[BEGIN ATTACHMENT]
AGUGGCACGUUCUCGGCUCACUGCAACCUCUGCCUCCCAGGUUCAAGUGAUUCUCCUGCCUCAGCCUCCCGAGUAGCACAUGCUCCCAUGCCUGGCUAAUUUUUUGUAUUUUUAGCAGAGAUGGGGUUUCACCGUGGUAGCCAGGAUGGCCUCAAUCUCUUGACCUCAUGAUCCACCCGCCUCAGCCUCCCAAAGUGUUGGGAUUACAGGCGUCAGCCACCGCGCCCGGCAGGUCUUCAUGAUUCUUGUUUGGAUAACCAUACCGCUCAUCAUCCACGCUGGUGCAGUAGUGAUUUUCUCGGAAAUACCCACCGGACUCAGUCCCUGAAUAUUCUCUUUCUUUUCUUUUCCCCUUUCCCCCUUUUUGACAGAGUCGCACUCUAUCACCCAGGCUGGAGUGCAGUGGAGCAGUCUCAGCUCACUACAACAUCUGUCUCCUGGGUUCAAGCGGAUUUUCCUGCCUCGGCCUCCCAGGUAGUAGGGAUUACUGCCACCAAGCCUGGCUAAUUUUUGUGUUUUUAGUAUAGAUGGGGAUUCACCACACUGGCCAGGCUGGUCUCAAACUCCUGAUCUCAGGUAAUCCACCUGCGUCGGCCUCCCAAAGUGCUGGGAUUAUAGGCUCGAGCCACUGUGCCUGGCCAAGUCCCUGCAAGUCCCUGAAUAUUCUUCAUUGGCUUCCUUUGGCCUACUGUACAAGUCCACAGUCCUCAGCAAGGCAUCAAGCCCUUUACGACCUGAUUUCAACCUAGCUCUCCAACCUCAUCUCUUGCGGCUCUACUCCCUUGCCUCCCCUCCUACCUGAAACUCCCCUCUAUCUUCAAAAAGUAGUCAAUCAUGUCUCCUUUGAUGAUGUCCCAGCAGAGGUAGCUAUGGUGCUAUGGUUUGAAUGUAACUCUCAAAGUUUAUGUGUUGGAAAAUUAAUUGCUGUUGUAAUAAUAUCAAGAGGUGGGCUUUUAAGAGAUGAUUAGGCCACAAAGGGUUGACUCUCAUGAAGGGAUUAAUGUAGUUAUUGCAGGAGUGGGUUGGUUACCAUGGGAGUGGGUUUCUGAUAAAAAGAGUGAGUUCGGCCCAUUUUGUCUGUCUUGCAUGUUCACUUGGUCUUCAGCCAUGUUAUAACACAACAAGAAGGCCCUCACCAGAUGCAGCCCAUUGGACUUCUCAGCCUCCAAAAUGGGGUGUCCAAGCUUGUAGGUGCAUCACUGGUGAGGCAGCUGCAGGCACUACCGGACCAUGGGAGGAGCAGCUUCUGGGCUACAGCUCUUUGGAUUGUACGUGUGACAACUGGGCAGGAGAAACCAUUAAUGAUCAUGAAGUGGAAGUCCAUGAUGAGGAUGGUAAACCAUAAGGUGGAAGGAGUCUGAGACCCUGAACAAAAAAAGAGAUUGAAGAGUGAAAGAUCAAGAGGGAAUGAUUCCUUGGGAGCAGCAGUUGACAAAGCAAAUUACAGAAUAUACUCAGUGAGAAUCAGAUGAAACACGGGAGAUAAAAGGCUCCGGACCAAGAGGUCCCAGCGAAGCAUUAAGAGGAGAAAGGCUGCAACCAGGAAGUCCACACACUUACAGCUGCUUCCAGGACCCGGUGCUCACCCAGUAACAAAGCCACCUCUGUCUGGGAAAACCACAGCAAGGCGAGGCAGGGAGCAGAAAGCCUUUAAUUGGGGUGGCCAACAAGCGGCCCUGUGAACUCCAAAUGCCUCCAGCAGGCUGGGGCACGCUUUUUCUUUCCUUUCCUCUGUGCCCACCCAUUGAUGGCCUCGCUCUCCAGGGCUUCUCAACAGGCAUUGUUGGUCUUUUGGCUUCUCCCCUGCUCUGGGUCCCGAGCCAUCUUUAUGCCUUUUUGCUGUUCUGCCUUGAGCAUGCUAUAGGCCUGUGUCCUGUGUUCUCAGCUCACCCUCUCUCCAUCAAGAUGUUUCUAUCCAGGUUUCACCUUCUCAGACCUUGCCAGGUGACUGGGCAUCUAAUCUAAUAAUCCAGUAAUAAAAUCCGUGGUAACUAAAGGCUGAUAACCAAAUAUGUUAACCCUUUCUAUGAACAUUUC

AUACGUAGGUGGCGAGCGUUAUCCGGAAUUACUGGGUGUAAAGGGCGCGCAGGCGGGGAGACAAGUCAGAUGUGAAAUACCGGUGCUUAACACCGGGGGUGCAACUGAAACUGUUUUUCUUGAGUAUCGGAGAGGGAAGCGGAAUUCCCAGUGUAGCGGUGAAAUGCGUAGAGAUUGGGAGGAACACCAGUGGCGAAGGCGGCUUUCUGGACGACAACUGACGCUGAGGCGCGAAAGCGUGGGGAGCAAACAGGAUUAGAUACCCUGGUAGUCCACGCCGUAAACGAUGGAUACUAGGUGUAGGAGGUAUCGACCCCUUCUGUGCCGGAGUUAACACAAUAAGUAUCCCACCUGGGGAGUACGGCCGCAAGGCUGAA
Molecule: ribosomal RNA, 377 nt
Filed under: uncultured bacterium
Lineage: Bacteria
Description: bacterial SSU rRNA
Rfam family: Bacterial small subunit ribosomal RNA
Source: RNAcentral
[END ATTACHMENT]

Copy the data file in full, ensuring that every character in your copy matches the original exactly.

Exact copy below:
AGUGGCACGUUCUCGGCUCACUGCAACCUCUGCCUCCCAGGUUCAAGUGAUUCUCCUGCCUCAGCCUCCCGAGUAGCACAUGCUCCCAUGCCUGGCUAAUUUUUUGUAUUUUUAGCAGAGAUGGGGUUUCACCGUGGUAGCCAGGAUGGCCUCAAUCUCUUGACCUCAUGAUCCACCCGCCUCAGCCUCCCAAAGUGUUGGGAUUACAGGCGUCAGCCACCGCGCCCGGCAGGUCUUCAUGAUUCUUGUUUGGAUAACCAUACCGCUCAUCAUCCACGCUGGUGCAGUAGUGAUUUUCUCGGAAAUACCCACCGGACUCAGUCCCUGAAUAUUCUCUUUCUUUUCUUUUCCCCUUUCCCCCUUUUUGACAGAGUCGCACUCUAUCACCCAGGCUGGAGUGCAGUGGAGCAGUCUCAGCUCACUACAACAUCUGUCUCCUGGGUUCAAGCGGAUUUUCCUGCCUCGGCCUCCCAGGUAGUAGGGAUUACUGCCACCAAGCCUGGCUAAUUUUUGUGUUUUUAGUAUAGAUGGGGAUUCACCACACUGGCCAGGCUGGUCUCAAACUCCUGAUCUCAGGUAAUCCACCUGCGUCGGCCUCCCAAAGUGCUGGGAUUAUAGGCUCGAGCCACUGUGCCUGGCCAAGUCCCUGCAAGUCCCUGAAUAUUCUUCAUUGGCUUCCUUUGGCCUACUGUACAAGUCCACAGUCCUCAGCAAGGCAUCAAGCCCUUUACGACCUGAUUUCAACCUAGCUCUCCAACCUCAUCUCUUGCGGCUCUACUCCCUUGCCUCCCCUCCUACCUGAAACUCCCCUCUAUCUUCAAAAAGUAGUCAAUCAUGUCUCCUUUGAUGAUGUCCCAGCAGAGGUAGCUAUGGUGCUAUGGUUUGAAUGUAACUCUCAAAGUUUAUGUGUUGGAAAAUUAAUUGCUGUUGUAAUAAUAUCAAGAGGUGGGCUUUUAAGAGAUGAUUAGGCCACAAAGGGUUGACUCUCAUGAAGGGAUUAAUGUAGUUAUUGCAGGAGUGGGUUGGUUACCAUGGGAGUGGGUUUCUGAUAAAAAGAGUGAGUUCGGCCCAUUUUGUCUGUCUUGCAUGUUCACUUGGUCUUCAGCCAUGUUAUAACACAACAAGAAGGCCCUCACCAGAUGCAGCCCAUUGGACUUCUCAGCCUCCAAAAUGGGGUGUCCAAGCUUGUAGGUGCAUCACUGGUGAGGCAGCUGCAGGCACUACCGGACCAUGGGAGGAGCAGCUUCUGGGCUACAGCUCUUUGGAUUGUACGUGUGACAACUGGGCAGGAGAAACCAUUAAUGAUCAUGAAGUGGAAGUCCAUGAUGAGGAUGGUAAACCAUAAGGUGGAAGGAGUCUGAGACCCUGAACAAAAAAAGAGAUUGAAGAGUGAAAGAUCAAGAGGGAAUGAUUCCUUGGGAGCAGCAGUUGACAAAGCAAAUUACAGAAUAUACUCAGUGAGAAUCAGAUGAAACACGGGAGAUAAAAGGCUCCGGACCAAGAGGUCCCAGCGAAGCAUUAAGAGGAGAAAGGCUGCAACCAGGAAGUCCACACACUUACAGCUGCUUCCAGGACCCGGUGCUCACCCAGUAACAAAGCCACCUCUGUCUGGGAAAACCACAGCAAGGCGAGGCAGGGAGCAGAAAGCCUUUAAUUGGGGUGGCCAACAAGCGGCCCUGUGAACUCCAAAUGCCUCCAGCAGGCUGGGGCACGCUUUUUCUUUCCUUUCCUCUGUGCCCACCCAUUGAUGGCCUCGCUCUCCAGGGCUUCUCAACAGGCAUUGUUGGUCUUUUGGCUUCUCCCCUGCUCUGGGUCCCGAGCCAUCUUUAUGCCUUUUUGCUGUUCUGCCUUGAGCAUGCUAUAGGCCUGUGUCCUGUGUUCUCAGCUCACCCUCUCUCCAUCAAGAUGUUUCUAUCCAGGUUUCACCUUCUCAGACCUUGCCAGGUGACUGGGCAUCUAAUCUAAUAAUCCAGUAAUAAAAUCCGUGGUAACUAAAGGCUGAUAACCAAAUAUGUUAACCCUUUCUAUGAACAUUUC

AUACGUAGGUGGCGAGCGUUAUCCGGAAUUACUGGGUGUAAAGGGCGCGCAGGCGGGGAGACAAGUCAGAUGUGAAAUACCGGUGCUUAACACCGGGGGUGCAACUGAAACUGUUUUUCUUGAGUAUCGGAGAGGGAAGCGGAAUUCCCAGUGUAGCGGUGAAAUGCGUAGAGAUUGGGAGGAACACCAGUGGCGAAGGCGGCUUUCUGGACGACAACUGACGCUGAGGCGCGAAAGCGUGGGGAGCAAACAGGAUUAGAUACCCUGGUAGUCCACGCCGUAAACGAUGGAUACUAGGUGUAGGAGGUAUCGACCCCUUCUGUGCCGGAGUUAACACAAUAAGUAUCCCACCUGGGGAGUACGGCCGCAAGGCUGAA
Molecule: ribosomal RNA, 377 nt
Filed under: uncultured bacterium
Lineage: Bacteria
Description: bacterial SSU rRNA
Rfam family: Bacterial small subunit ribosomal RNA
Source: RNAcentral